Building the ultimate cat watch
If you've ever met me you'll know that I love my cats. You'll also know that a fair few of my past my tech projects have revolved around my furry family members. So when I got my hands on some brand new LilyGo T-Watch 2020's recently I knew I had to build the ultimate cat loving accessory for myself.
The LilyGo T-Watch 2020 is the recent revision of the LilyGo T-Watch line. These aren't your typical smart watches, as they are completely open source and fully programmable meaning that you have total control over the software that runs on the device.
Not only that but the watch has really awesome spec, especially given the ~$30 price tag. Some of the highlights are:
- ESP32 - Regular readers will note how much I love this chip
- 1.54 inch LCD - Color screen!
- FT6236U Touch controller - Because a smart watch without a touchscreen isn't really a smart watch
- WiFi & Bluetooth - Connectivity to keep us... errr... connected
- Triaxial accelerometer - Step counter
- Vibration motor, Speaker, Infrared signal sensor and a Real Time Clock (obviously)
All this compressed down into a nice wearable form factor that makes this unit truly awesome as a platform for wearable projects.
I don't start any project without a clear vision of what I want the achieve. In this case it was simple; Two steps:
- Take a picture of my cat and put it on the watch (Critical)
- Display the current time (Less Critical)
Getting started with programming on the T-Watch is done easiest through the use of PlatformIO. PlatformIO is a truly awesome echo-system for working with embedded devices as it handles all the annoying project configurations and dependency loading for you.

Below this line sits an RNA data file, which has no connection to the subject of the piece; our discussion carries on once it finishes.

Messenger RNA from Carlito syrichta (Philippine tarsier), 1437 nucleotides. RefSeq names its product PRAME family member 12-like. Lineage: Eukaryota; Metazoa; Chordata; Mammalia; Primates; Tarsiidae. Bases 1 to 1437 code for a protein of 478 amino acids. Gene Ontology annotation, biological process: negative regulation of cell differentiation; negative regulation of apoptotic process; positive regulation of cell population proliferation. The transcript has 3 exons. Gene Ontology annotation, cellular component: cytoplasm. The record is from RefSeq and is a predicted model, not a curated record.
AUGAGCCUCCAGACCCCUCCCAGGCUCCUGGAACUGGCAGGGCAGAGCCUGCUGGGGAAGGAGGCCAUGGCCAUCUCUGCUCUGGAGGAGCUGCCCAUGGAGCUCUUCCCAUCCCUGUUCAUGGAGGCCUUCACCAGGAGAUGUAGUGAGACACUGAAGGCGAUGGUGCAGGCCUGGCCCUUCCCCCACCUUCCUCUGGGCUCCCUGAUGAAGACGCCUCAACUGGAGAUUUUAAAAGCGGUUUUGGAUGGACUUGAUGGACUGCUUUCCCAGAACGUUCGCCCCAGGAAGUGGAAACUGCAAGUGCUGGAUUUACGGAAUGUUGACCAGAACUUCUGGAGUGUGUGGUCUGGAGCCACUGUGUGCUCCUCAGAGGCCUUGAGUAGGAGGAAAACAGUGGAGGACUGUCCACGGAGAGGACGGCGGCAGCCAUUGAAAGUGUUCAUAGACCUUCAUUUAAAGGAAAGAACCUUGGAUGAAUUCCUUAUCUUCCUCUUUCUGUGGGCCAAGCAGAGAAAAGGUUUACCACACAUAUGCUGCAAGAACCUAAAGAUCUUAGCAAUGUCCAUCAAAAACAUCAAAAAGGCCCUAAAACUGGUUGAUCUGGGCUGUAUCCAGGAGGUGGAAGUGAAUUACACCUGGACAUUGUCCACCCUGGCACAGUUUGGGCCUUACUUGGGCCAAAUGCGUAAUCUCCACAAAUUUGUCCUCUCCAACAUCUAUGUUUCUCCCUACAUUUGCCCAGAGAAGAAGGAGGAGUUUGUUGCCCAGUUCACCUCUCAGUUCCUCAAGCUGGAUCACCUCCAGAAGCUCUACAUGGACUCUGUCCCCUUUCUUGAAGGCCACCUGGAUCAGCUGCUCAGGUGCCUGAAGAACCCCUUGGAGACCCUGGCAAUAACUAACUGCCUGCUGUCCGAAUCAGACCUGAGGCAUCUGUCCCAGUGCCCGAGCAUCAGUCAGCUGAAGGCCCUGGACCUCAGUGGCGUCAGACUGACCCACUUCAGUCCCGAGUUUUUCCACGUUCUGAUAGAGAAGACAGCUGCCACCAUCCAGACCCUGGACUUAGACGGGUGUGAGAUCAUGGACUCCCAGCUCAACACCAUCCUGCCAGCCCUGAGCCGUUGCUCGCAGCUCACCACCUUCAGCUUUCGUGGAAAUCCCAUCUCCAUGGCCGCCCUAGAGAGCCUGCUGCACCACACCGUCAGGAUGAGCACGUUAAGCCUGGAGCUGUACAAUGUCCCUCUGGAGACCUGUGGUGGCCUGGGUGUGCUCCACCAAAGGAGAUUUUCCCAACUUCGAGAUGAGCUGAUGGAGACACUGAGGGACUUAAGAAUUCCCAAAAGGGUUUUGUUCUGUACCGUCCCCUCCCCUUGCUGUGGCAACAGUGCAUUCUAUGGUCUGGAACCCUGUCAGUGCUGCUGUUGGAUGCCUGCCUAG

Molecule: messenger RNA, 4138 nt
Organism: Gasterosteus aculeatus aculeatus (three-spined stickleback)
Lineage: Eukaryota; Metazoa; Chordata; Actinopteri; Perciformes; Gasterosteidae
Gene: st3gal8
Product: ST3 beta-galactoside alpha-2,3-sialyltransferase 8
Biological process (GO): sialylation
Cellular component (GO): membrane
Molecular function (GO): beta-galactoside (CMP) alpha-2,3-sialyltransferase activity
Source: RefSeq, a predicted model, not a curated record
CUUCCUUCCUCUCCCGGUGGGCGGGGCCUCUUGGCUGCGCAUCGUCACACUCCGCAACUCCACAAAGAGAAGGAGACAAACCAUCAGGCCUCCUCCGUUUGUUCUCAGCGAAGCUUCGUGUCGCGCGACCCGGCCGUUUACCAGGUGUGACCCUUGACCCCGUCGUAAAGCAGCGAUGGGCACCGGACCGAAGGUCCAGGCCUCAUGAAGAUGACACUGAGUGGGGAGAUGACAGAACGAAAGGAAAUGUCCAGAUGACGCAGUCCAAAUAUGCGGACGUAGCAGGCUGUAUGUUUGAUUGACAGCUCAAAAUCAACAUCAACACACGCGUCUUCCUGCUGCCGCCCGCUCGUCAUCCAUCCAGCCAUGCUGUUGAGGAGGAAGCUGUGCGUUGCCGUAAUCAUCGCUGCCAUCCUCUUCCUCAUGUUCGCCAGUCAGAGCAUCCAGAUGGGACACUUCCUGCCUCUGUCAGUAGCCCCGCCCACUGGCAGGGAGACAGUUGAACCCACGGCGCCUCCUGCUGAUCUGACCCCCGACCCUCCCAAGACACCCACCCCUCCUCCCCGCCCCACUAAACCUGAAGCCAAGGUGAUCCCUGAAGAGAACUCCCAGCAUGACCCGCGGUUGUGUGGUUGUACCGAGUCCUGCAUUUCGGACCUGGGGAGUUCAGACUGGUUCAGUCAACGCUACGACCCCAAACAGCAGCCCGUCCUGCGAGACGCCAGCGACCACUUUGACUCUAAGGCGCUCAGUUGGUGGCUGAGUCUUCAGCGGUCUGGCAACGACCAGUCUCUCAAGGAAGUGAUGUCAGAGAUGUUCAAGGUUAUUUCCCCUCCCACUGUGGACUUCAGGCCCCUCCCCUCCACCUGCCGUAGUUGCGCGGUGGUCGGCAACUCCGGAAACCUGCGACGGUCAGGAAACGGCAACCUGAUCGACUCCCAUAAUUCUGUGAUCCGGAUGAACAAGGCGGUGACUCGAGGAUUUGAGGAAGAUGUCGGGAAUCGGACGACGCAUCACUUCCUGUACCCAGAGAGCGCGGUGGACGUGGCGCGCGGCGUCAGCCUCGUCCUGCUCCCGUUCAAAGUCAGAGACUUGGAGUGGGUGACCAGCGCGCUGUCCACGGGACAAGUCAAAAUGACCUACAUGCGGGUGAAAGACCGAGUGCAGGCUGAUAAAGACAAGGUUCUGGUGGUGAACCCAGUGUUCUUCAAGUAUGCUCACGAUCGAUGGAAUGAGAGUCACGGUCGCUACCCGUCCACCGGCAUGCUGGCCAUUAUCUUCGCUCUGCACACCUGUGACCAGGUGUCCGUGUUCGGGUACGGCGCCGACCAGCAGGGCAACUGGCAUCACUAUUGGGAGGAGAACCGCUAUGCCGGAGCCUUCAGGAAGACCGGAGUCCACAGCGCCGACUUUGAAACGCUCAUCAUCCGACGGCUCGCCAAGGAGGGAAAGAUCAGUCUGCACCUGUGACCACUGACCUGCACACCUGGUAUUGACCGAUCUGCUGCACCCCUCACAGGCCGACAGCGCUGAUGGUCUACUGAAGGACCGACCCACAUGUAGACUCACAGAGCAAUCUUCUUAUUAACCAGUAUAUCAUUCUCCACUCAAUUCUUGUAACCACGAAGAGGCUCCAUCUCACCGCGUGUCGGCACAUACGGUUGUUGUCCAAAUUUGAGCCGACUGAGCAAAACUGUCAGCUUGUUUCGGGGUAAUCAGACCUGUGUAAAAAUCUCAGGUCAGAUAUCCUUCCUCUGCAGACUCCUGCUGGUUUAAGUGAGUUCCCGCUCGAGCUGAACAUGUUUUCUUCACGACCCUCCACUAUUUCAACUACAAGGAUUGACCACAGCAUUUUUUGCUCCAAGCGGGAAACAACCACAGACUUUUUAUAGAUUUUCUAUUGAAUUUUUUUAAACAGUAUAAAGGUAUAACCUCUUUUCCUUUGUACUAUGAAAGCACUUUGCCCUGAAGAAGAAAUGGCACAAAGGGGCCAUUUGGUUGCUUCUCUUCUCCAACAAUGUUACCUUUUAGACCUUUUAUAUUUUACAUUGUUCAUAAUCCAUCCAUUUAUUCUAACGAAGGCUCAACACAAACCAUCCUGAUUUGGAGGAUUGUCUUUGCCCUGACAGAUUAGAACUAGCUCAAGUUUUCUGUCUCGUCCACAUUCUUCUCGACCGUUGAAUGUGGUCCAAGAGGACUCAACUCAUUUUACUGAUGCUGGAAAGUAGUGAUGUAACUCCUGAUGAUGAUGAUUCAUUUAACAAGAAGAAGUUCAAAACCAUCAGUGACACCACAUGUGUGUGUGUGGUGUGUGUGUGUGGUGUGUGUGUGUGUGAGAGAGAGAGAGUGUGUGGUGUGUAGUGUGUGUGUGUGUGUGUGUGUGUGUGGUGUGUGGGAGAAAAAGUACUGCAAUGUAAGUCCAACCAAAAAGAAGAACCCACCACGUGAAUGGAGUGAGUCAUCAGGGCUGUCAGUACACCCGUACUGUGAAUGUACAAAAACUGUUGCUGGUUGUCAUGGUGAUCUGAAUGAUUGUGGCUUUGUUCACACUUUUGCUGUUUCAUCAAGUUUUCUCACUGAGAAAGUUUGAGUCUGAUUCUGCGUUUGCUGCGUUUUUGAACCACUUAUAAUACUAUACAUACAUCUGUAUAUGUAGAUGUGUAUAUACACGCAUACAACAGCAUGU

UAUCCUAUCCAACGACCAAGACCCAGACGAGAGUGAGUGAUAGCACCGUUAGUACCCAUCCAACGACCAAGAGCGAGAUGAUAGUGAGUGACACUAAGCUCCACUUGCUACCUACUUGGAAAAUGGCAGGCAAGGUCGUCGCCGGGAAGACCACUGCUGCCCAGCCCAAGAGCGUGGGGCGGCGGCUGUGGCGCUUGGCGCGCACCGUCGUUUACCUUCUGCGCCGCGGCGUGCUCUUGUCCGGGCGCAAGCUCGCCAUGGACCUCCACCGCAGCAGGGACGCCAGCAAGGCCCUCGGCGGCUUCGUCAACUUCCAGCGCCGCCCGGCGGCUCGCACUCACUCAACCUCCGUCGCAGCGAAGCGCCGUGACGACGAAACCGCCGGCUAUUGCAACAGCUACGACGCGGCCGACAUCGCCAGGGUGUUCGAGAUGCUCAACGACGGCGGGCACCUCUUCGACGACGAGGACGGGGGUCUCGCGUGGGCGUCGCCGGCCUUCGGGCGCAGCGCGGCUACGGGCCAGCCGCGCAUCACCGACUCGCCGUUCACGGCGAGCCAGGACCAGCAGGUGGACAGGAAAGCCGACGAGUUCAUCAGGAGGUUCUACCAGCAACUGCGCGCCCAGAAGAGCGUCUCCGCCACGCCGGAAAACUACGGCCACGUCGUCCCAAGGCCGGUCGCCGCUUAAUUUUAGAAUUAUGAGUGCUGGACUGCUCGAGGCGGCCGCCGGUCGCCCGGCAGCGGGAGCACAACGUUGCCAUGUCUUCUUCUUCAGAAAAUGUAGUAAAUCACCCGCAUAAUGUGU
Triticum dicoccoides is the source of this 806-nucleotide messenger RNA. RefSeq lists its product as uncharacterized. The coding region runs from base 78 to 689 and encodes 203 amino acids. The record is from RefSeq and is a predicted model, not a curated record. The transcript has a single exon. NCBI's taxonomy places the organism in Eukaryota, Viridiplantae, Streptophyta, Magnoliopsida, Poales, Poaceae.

Now for you guys following along at home, I'll cut to the chase and give you the code that you can pull down and follow along with. Clone the repo and open it up in VSCode.
git clone https://github.com/t04glovern/ultimate-cat-watch.git
The magic of PlatformIO means that everything else is handled for you! But lets take a look behind the curtains to see how it works. Checking out the
platformio.ini file you can see that everything that is needed to setup your environment for flashing code to the watch is seen there:
platform = espressif32
board = ttgo-t-watch
framework = arduino
monitor_speed = 115200
TTGO TWatch Library
Have a look in the
src folder for all the code related to this project that can be flashed to your watch. Lets dive into what the code does and how it can be changed to display my cat!
cat_font.c is a C (the programming language) formatted font file. Since the watch has no concept of what a font is, we need to convert a font to a format that is basically a list of the pixels that need to be written to the screen to display each letter.
Luckily there's a fantastic tool that does this for us on the LVGL website called fontconverter. Find a font that you like, I personally picked Kurri Island - Måns Grebäck and downloaded a copy of the